Gwanghae, The Man Who Became King, distributed internationally as Masquerade, is billed by its distributors as a ”2012 Korean Historical Movie version of [Mark Twain’s] ‘The Prince & Pauper’“. I saw it on 22 September 2012 at CGV Cinemas in Los Angeles’ Koreatown, a reliable local venue for the latest Korean film releases.
Last seen two years ago as a secret agent opposite Choi Min-sik’s superhuman sociopath in Kim Jee-woon’s superb neo-Elizabethan revenge tragedy I Saw the Devil, Lee Byung-hun plays both titular characters: Prince Gwanghae, the ill-fated fifteenth king of the Joseon Dynasty, and Ha-sun, the lowly comedian pressed into service as a stand-in for the monarch who faces the threat of assassination. This speculative fiction draws upon an episode in the eighth year of Gwanghaegun’s reign, when the court chronicles omit all records for the fortnight that followed his statement, ”Do not put on record what is meant to be hidden.“ The central conceit of the plot is that the king’s loyal and able adviser Heo Gyun (Ryoo Seung-Ryong) forced Ha-sun to impersonate Gwanghaegun while he recovered a coma after an apparent poisoning attempt. While this contemptuous potentate starts out by micromanaging his puppet through his official court functions, he soon develops an appreciation of Ha-sun’s patriotic and humanitarian concerns for the kingdom and its subjects. Meanwhile, the head of an opposing Greater Northerner faction, Park Chung-seo (Kim Myung-gon), the Queen Consort Lady Ryu (Han Hyo-joo), and the king’s bodyguard Captain Do (Kim In Kwon), all become suspicious of the sudden shift in the king’s behavior.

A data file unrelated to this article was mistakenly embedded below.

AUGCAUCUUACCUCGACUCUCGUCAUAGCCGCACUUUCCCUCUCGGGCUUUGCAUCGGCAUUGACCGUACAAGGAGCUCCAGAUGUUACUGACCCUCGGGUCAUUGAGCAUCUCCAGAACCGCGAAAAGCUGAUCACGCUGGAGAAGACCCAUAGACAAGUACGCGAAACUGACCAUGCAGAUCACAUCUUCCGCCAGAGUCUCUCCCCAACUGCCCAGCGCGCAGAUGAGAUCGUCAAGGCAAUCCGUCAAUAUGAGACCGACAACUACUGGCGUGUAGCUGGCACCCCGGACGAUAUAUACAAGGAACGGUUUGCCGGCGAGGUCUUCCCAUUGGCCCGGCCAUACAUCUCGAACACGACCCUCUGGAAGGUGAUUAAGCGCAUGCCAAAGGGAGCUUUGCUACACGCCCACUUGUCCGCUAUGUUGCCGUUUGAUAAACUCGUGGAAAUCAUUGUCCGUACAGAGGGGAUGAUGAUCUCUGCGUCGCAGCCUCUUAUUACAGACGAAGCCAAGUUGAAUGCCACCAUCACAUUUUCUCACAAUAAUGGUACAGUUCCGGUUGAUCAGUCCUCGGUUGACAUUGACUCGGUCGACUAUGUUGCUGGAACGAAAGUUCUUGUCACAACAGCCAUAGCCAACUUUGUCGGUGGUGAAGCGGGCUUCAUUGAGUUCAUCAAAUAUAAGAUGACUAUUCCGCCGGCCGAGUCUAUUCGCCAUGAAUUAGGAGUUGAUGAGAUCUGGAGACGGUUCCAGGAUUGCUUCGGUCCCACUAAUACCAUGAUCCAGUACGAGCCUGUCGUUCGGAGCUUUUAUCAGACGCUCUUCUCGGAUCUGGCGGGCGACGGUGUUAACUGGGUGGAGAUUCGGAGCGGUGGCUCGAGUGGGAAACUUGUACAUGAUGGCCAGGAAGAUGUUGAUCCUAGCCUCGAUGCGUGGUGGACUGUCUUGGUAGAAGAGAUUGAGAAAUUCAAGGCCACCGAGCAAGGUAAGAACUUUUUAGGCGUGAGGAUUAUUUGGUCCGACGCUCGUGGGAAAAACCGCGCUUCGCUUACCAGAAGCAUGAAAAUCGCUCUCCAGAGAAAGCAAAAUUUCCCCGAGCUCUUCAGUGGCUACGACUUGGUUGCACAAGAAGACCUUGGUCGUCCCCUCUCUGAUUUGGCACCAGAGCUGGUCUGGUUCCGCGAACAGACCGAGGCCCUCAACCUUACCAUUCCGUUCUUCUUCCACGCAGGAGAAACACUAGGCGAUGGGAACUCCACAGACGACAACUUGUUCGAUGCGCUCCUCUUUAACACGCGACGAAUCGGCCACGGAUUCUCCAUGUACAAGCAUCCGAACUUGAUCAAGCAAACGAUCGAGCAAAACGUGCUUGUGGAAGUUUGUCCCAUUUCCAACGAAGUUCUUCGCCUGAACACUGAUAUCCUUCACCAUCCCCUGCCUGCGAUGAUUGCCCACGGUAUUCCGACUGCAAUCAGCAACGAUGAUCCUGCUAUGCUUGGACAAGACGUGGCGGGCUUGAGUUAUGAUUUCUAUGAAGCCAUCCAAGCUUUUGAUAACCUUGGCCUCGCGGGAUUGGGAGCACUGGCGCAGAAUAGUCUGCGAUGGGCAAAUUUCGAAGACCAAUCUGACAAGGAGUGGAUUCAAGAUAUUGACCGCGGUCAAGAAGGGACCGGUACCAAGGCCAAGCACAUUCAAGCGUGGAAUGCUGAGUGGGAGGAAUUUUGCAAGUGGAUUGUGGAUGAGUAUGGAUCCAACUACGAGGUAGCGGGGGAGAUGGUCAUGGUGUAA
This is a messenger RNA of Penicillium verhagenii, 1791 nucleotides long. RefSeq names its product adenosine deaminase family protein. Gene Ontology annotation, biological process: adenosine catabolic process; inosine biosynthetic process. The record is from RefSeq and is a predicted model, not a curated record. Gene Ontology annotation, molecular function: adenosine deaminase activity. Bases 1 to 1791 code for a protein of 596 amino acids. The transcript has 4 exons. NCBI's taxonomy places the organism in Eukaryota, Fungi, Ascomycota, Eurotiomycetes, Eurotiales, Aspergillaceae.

Said to have been filmed in the real historical palaces in Seoul, the movie combines lavish mise en scène with competent direction of fine actors playing strong characters in a familiar story. While not quite Kagemusha caliber, being far more affected than Kurosawa’s masterwork, it makes for a compelling spectacle in its own right, marred slightly by Ha-sun’s tendency to emote by shedding tears on demand. The climactic confrontation between Captain Do and a band of assassins dispatched by the recovered king to retire his stand-in with extreme prejudice, is especially notable as a vivid illustration of the vital difference between slashes and cuts in a sword-fight. I recommend this movie to all fans of international costume drama.